Presentation of Andrii Kozytskyi’s book “The Big Lie”

8 January 2024

On 15 January 2024, the presentation of Andrii Kozytskyi’s book “The Big Lie. Methods, Narratives and Dynamics of Denial of the Holodomor” will be held in Lviv.

The presentation will be attended by the Acting Director General of the Holodomor Museum, Lesia Hasydzhak, and author of the book, Candidate of Historical Sciences, senior researcher of the Holodomor Museum, Andrii Kozytskyi.

The American researcher of the theory of genocidal violence, Gregory Stanton, proposed a scheme of eight stages of genocide. The last of these stages is denial. If we look at the history of such crimes, we will see that all the perpetrators denied that they had committed genocide. And the communists who committed the Holodomor were no exception.

The book covers in detail the history of the denial of the Holodomor of 1932–1933 in Ukraine, which began simultaneously with its implementation. In order to conceal the genocide of the Ukrainian people committed in the early 1930s, and later to make Ukrainians forget about it, the leaders of the USSR consistently denied the fact of the Holodomor. After the collapse of the Soviet Union, Russia became the main opponent of spreading information about the Holodomor and the organiser of the campaign against recognising it as an act of genocide.

Andrii Kozytskyi’s book traces the stages that the denial of the Holodomor went through during the period of 1932–2022, highlights the main methods and models of this denial, analyses the narratives that were spread earlier and continue to be spread now by opponents of recognising the Holodomor as an act of genocide. The research material is presented in a broad historical context and demonstrates parallels between the methods and narratives of denial of the Holodomor and the practice of denial of other genocides of the 20th century.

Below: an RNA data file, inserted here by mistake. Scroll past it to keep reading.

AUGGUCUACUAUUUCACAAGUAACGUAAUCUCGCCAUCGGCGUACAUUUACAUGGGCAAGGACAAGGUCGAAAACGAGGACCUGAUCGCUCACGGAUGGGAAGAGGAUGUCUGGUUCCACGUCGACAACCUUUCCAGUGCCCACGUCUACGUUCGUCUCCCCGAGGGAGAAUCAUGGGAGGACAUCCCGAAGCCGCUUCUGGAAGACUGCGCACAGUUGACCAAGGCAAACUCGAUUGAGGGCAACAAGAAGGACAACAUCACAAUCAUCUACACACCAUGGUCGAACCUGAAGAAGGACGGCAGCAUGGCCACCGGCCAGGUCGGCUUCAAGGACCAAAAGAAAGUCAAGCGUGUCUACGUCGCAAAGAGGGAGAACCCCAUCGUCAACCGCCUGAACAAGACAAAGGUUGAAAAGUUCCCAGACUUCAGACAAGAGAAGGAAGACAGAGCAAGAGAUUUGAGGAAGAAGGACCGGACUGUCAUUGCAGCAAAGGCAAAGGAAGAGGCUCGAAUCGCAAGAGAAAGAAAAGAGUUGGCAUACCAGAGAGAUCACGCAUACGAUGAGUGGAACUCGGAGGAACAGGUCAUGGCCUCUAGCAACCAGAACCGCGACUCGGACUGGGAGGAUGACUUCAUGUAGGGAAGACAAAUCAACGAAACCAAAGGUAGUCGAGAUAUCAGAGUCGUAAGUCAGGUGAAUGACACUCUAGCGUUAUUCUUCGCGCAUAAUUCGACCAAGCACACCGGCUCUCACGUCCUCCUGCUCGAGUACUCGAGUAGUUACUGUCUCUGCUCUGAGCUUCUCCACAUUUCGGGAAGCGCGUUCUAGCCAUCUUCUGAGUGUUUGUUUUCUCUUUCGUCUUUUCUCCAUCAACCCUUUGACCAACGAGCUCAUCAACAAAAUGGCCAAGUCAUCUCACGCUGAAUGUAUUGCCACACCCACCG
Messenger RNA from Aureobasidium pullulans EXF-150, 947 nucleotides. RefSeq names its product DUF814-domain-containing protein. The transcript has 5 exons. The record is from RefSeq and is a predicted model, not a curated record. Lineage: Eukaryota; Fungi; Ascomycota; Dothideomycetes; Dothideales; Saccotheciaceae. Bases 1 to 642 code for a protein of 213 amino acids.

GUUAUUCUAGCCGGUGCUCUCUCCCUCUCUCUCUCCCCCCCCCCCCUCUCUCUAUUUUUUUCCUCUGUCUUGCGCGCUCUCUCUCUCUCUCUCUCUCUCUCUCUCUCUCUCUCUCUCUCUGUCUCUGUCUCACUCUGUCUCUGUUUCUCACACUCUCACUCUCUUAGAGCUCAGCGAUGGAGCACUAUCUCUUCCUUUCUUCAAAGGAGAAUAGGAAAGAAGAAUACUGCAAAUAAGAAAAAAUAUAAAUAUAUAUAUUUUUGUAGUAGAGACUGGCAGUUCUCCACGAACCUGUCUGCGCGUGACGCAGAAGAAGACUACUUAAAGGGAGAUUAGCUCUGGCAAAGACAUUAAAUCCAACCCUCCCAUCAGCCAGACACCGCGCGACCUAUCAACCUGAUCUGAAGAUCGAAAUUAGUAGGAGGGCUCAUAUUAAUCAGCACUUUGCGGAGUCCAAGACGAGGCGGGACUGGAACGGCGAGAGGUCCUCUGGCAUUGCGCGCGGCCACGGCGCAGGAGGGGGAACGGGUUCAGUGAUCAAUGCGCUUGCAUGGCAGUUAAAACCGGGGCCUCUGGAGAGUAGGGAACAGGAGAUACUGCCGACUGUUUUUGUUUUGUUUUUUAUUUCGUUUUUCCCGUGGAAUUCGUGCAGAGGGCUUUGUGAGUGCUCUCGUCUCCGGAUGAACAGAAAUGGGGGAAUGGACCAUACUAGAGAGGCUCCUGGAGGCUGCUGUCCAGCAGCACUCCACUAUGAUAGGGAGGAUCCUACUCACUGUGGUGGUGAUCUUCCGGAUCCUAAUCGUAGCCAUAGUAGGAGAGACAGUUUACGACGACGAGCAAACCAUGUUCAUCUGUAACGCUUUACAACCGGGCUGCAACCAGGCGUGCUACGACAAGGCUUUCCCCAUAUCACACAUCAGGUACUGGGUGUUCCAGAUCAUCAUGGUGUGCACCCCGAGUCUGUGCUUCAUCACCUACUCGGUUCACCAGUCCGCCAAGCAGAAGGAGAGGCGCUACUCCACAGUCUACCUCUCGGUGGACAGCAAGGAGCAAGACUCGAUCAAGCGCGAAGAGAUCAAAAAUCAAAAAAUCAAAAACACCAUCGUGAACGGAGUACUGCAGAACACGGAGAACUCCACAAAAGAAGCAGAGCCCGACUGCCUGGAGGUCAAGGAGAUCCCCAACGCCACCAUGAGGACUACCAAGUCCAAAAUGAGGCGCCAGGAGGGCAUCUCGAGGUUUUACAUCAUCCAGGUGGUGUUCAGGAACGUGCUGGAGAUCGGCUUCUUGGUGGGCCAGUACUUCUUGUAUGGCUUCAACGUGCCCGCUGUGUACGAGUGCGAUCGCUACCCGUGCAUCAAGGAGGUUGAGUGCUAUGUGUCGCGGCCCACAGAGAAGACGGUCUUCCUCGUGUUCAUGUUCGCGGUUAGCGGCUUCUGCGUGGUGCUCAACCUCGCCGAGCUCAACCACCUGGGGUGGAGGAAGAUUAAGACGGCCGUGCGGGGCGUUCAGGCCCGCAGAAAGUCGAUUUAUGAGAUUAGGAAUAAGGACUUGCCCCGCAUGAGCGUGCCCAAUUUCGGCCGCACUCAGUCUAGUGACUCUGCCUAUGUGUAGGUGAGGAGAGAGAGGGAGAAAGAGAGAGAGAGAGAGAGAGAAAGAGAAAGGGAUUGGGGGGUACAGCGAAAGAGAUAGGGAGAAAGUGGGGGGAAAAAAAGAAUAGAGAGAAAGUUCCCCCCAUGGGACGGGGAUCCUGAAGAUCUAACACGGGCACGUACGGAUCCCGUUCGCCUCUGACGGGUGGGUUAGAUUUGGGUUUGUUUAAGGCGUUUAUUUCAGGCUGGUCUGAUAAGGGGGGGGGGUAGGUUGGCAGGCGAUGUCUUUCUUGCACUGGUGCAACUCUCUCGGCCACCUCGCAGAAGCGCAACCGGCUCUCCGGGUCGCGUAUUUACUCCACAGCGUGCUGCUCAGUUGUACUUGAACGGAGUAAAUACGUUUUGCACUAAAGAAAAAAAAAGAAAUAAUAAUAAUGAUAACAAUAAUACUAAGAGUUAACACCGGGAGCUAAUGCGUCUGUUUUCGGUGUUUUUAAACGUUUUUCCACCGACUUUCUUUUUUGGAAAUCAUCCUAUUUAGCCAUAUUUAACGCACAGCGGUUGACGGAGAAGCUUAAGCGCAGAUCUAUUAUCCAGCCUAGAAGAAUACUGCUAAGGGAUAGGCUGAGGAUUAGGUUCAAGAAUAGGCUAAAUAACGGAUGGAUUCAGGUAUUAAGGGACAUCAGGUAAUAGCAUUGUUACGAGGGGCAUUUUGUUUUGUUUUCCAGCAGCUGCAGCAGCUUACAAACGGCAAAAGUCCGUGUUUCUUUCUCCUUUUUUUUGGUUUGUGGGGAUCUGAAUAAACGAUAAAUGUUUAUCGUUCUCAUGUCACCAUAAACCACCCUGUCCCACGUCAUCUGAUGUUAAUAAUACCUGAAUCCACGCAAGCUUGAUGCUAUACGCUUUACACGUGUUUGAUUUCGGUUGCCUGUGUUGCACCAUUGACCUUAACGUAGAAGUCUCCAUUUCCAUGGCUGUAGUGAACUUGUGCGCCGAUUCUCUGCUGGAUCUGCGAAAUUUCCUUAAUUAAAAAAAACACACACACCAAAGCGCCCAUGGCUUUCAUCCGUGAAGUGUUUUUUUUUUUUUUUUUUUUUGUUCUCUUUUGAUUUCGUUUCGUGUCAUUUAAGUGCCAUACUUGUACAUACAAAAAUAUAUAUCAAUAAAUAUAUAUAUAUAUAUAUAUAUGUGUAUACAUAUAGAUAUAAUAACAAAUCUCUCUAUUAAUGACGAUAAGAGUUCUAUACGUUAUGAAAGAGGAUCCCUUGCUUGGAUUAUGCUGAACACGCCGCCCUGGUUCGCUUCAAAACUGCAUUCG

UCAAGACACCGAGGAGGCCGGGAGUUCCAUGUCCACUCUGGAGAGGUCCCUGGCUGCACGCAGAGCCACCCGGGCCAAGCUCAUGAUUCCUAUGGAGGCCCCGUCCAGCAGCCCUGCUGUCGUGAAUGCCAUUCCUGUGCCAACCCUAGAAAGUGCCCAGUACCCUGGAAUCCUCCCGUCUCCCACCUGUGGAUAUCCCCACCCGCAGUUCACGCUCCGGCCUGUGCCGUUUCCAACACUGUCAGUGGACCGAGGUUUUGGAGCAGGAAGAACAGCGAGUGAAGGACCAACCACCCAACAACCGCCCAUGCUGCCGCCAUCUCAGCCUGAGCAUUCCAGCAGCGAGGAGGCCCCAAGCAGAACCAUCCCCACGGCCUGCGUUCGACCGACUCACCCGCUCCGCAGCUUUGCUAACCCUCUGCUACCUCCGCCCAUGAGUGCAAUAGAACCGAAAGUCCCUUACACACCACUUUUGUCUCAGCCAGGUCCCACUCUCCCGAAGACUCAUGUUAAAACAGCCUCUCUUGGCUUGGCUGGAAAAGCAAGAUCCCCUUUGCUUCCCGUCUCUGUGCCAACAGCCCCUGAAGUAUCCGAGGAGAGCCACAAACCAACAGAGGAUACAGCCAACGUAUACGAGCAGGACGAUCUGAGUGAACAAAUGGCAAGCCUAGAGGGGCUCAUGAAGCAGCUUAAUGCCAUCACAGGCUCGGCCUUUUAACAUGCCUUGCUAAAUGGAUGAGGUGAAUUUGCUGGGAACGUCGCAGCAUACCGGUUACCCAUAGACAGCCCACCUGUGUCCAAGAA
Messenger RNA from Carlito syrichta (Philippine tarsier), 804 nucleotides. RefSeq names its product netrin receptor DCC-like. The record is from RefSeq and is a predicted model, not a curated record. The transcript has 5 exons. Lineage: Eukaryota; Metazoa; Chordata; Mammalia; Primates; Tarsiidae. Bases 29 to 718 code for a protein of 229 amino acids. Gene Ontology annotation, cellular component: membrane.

“The main promoter of the Holodomor denial campaign in the 20th century. was the top leadership of the USSR. In the 21st century denial of the genocidal nature of the famine of 1932–1933 in Ukraine became a crucial component of the politics of memory in the Russian Federation. Based on considerations of political expediency, the leaders of the Soviet Union, and later Russia, considered it dangerous for their power to reveal the truth about the Holodomor-genocide committed in 1932-1933 and therefore tried to conceal it or replace it with fabricated narratives. The ultimate goal of denying the Holodomor was to completely suppress the memory of the events of 1932–1933 in Ukraine from human consciousness. Those who committed the genocide of the Ukrainian people, as well as their political heirs, tried to create a situation where even falsified answers to questions about the Holodomor would not be necessary, because no one would ask them,” Andrii Kozytskyi notes.

The publication is intended for historians, political scientists, journalists, and anyone interested in the history of the Holodomor, as well as the informational component of Russia’s hybrid war against Ukraine

When: January 15 at 2 p.m

Where: Mirror Hall of the Ivan Franko National University of Lviv (Lviv, 1 University Street, Lviv)

We invite the media and everyone!